The Genetics of Stay at Home Vs “Exploratory” Butterflies

Science Daily has a fascinating bit on butterflies called Butterflies That Explore and Colonize New Habitats Are Genetically Different from Cautious Cousins.This extended quote from the press release is fascinating:

In the new study, another gene variant also stood out as an important indicator of butterfly flight ability. New-population females were more often missing a small part of the succinate dehydrogenase gene (Sdhd) and this small deletion was associated with the ability to maintain flight for a greater duration. “The Pgi gene variant seems to be associated with sprinting, and the Sdhd gene variant appears to be associated with endurance,” Marden said. “It’s easy to see why these traits and their associated genes would be found at higher frequencies in new populations. Better flight ability allows certain butterflies to be able to reach and settle new habitat patches.”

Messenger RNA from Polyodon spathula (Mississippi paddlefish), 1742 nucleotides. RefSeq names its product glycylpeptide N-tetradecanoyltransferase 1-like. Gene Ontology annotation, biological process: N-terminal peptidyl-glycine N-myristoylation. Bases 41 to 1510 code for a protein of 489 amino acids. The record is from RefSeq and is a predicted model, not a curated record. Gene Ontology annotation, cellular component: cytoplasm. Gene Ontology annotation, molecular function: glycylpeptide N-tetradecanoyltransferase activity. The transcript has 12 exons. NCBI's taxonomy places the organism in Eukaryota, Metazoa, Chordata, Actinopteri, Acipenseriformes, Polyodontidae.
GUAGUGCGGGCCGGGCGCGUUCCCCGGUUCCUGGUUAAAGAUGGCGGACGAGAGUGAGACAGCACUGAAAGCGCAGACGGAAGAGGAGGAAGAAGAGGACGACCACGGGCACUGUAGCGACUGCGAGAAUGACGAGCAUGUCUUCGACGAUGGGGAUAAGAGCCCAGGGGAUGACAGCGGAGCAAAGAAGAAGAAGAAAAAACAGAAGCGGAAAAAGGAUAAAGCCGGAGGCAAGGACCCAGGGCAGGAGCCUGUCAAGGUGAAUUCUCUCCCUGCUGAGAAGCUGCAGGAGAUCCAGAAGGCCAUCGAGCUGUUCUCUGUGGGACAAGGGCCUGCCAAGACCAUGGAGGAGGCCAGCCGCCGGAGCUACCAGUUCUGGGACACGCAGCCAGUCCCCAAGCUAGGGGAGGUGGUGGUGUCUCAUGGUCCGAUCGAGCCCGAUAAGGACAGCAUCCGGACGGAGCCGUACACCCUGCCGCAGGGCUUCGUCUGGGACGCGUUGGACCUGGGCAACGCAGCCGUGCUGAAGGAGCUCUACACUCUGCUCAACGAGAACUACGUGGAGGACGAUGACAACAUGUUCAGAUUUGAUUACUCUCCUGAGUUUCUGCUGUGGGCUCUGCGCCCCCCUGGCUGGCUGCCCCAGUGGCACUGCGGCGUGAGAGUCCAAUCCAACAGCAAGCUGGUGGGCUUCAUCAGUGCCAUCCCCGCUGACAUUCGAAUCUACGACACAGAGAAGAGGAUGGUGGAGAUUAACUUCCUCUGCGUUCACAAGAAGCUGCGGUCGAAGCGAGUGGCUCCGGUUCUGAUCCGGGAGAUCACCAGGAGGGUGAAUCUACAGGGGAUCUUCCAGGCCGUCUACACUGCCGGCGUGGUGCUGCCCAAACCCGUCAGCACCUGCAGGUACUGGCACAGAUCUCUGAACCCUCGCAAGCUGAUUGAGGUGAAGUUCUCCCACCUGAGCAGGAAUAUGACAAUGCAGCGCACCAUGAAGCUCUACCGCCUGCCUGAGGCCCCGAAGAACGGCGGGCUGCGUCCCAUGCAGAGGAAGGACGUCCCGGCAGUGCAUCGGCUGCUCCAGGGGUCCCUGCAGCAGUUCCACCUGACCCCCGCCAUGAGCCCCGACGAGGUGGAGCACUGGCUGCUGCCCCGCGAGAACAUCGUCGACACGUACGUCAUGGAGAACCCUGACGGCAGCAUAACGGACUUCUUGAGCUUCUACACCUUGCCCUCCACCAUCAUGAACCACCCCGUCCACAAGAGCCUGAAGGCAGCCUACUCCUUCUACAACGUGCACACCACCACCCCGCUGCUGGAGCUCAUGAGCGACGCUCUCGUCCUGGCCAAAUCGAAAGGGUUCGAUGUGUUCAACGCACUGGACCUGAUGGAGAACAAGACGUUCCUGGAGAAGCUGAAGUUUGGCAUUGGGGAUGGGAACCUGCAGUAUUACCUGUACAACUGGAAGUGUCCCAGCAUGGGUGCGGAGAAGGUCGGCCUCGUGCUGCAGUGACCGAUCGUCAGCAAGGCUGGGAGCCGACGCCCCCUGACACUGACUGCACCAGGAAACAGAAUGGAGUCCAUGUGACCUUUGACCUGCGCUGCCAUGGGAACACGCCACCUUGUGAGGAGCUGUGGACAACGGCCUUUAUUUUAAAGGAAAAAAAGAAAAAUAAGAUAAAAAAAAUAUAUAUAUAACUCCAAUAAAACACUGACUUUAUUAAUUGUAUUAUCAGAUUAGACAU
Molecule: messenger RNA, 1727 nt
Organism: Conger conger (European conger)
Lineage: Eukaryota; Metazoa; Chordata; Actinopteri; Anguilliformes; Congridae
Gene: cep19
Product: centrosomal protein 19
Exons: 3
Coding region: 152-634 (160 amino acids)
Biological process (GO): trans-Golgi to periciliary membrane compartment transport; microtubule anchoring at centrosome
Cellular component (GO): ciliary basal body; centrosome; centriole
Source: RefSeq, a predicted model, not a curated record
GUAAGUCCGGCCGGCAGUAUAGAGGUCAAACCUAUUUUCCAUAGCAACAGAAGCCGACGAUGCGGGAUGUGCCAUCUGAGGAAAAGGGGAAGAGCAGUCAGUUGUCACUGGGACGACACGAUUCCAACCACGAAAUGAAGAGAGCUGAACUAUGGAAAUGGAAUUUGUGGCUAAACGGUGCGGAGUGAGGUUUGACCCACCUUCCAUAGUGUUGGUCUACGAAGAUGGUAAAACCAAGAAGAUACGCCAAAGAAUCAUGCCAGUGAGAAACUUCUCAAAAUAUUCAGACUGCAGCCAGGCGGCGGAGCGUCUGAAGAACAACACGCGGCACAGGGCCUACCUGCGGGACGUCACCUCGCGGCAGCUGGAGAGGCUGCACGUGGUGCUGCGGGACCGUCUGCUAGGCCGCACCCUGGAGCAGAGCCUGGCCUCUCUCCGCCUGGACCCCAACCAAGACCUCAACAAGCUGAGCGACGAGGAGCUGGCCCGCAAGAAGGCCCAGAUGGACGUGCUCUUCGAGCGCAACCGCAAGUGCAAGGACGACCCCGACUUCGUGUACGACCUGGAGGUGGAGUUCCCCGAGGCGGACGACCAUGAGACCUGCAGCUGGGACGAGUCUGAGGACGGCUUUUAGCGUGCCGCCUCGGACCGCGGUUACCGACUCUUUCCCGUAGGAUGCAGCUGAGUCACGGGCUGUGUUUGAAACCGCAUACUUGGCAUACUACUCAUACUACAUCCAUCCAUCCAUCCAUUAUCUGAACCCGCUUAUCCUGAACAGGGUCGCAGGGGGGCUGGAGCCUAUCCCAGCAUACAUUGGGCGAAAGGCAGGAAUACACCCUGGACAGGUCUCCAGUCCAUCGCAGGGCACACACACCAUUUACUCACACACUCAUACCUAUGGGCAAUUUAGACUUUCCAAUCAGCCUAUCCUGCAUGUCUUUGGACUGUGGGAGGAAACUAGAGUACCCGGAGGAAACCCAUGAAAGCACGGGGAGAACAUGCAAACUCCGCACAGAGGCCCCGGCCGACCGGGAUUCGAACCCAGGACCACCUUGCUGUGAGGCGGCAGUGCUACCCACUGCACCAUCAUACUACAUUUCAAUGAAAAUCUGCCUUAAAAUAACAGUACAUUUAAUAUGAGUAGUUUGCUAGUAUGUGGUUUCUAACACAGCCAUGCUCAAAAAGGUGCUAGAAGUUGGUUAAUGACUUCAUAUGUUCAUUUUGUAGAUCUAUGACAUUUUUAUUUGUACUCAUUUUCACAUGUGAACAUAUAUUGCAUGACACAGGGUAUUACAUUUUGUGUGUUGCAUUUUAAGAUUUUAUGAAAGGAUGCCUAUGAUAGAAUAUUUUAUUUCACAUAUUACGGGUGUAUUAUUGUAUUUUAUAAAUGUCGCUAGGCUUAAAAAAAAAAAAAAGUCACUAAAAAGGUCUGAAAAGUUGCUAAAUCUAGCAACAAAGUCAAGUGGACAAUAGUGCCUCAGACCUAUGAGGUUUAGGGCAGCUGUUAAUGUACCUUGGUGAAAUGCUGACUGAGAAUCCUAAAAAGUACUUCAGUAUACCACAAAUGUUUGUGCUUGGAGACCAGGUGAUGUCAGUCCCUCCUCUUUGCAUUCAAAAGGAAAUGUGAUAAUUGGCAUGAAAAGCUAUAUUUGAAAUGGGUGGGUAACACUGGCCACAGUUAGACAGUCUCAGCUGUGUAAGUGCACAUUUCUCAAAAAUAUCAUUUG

Wheat, the paper’s lead author, said, “We already knew about Pgi from previous work in other butterflies and what has been done so far in the Glanville fritillary butterfly. Now with Sdhd we have two genes in the same carbohydrate-metabolism pathway containing alleles of major effect for ecologically important traits.” Marden also commented on the differences in gene expression involving protein dynamics. “Butterflies obtain protein only during larval feeding, whereas the adults rely on nectar, from which they obtain only carbohydrate,” he said. “The timing and level of expenditure of stored proteins is one way to manipulate life history in a species where no more protein will be available to the adult.”